How Safe Are Your Backups?

It may seem like a silly question, as backups are never traditionally thought of as being at risk. It stems back to a time when backups were on tape—a medium that would be tough for even the most skilled developer to hack into. But today’s backups are stored (whether on-prem or in the cloud) on disk… or more specifically, files in a file system. Depending on how accessible that file system is, your backups themselves may be at risk.

ransom_pay_backup.jpgIt’s far more likely they’d be at risk of attack from ransomware than anything—if for no other reason than the benefit to the cybercriminal: If they can encrypt your backups (along with production data), you’d have no other recourse but to pay the ransom, no matter how high. The only other instance I can think of when backups would be important to an attacker is in the case of data manipulation or data destruction, if they were intent on prohibiting you from putting data back into a known good state, destroying backups could be a strategic move.

Take the following examples of malware and think about how backup data could be accessed:

  • SynoLocker
    This purpose-built ransomware took advantage of a specific vulnerability found on Synology NAS devices and encrypted the contents.
  • EternalBlue
    This code leverages SMB connections to spread malware across multiple Windows endpoints.
  • Locky
    This ransomware-traversed mapped network shares to find content to encrypt.

While none of these specifically are examples of backupsbeing encrypted, the point is, if your backups are accessible to any endpoint (and they are), they are at risk.

First off, if you’re thinking “I’m safe, my backups are encrypted,” you’re missing the point. Attackers aren’t trying to access your backups; they’re trying to take away your ability to use your backups.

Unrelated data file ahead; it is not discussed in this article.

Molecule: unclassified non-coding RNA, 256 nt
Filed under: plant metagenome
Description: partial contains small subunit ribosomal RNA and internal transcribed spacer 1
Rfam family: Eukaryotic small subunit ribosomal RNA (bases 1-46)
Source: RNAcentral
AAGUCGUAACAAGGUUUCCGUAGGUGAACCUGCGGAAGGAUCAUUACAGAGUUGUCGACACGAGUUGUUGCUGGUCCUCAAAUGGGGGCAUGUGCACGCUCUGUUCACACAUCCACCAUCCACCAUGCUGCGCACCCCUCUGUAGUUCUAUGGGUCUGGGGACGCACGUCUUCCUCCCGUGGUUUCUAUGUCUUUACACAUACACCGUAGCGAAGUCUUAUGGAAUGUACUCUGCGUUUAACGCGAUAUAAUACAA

So, how do you protect your backups?

Keeping Backups Safe

backup_safe.jpgYour mindset should be one of security here. The goal is to protect a data set that is the foundation for protecting every other data set in your organization. The following steps (although not an exhaustive list) could put your organization in a good position to help ensure backups aren’t inappropriately accessed or manipulated.

  1. Implement least privilege
    To affect your backups, an attack needs to have access to them in the first place. Limit the number of accounts that have access to backup data, restricting the use of those accounts to only backup-related processes (e.g. don’t use Administrator to perform your backups, as you may log on with those credentials on another system that is already infected with, say, a keylogger).
  2. Isolate your backups
    Eliminating the ability for any inbound connections would be a smart start. Set up firewall rules to allow the server performing the backups to operate so that an outbound connection needs to be established with the system being backed up, but no inbound sessions are initiated.
  3. Maintain multiple copies
    Protecting your backups gives new life to the “3-2-1 Backup Rule” (3 copies of your data, 2 different mediums, 1 off-site). If you’re an on-prem backup show, consider going hybrid cloud or cloud-first instead and maintain backups securely in the cloud. If you’re copying data to the cloud as part of a backup job—so, should the on-prem data be manipulated or tampered with in any way, that isn’t copied to the cloud.

If you’re not taking these kinds of proactive steps, your backups are potentially at risk. Cybercriminal organizations are becoming more sophisticated in their tactics, looking for ways to ensure their attacks are successful. So, it’s natural to conclude that if removing backups as an option for their prey is beneficial to the attacker, they’re going to look for ways to make that happen.

By putting the three steps above in place, you can help reduce the likelihood of your backups being a target, and increase your organization’s ability to recover from an attack.

 

Additional reading: 

 

Nick Cavalancia has over 20 years of enterprise IT experience and is an accomplished executive, consultant, trainer, speaker, and columnist. He has authored, co-authored and contributed to over a dozen books on Windows, Active Directory, Exchange and other Microsoft technologies. Nick has also held executive positions at ScriptLogic, SpectorSoft and Netwrix and now focuses on the evangelism of technology solutions.

Follow Nick on Twitter at @nickcavalancia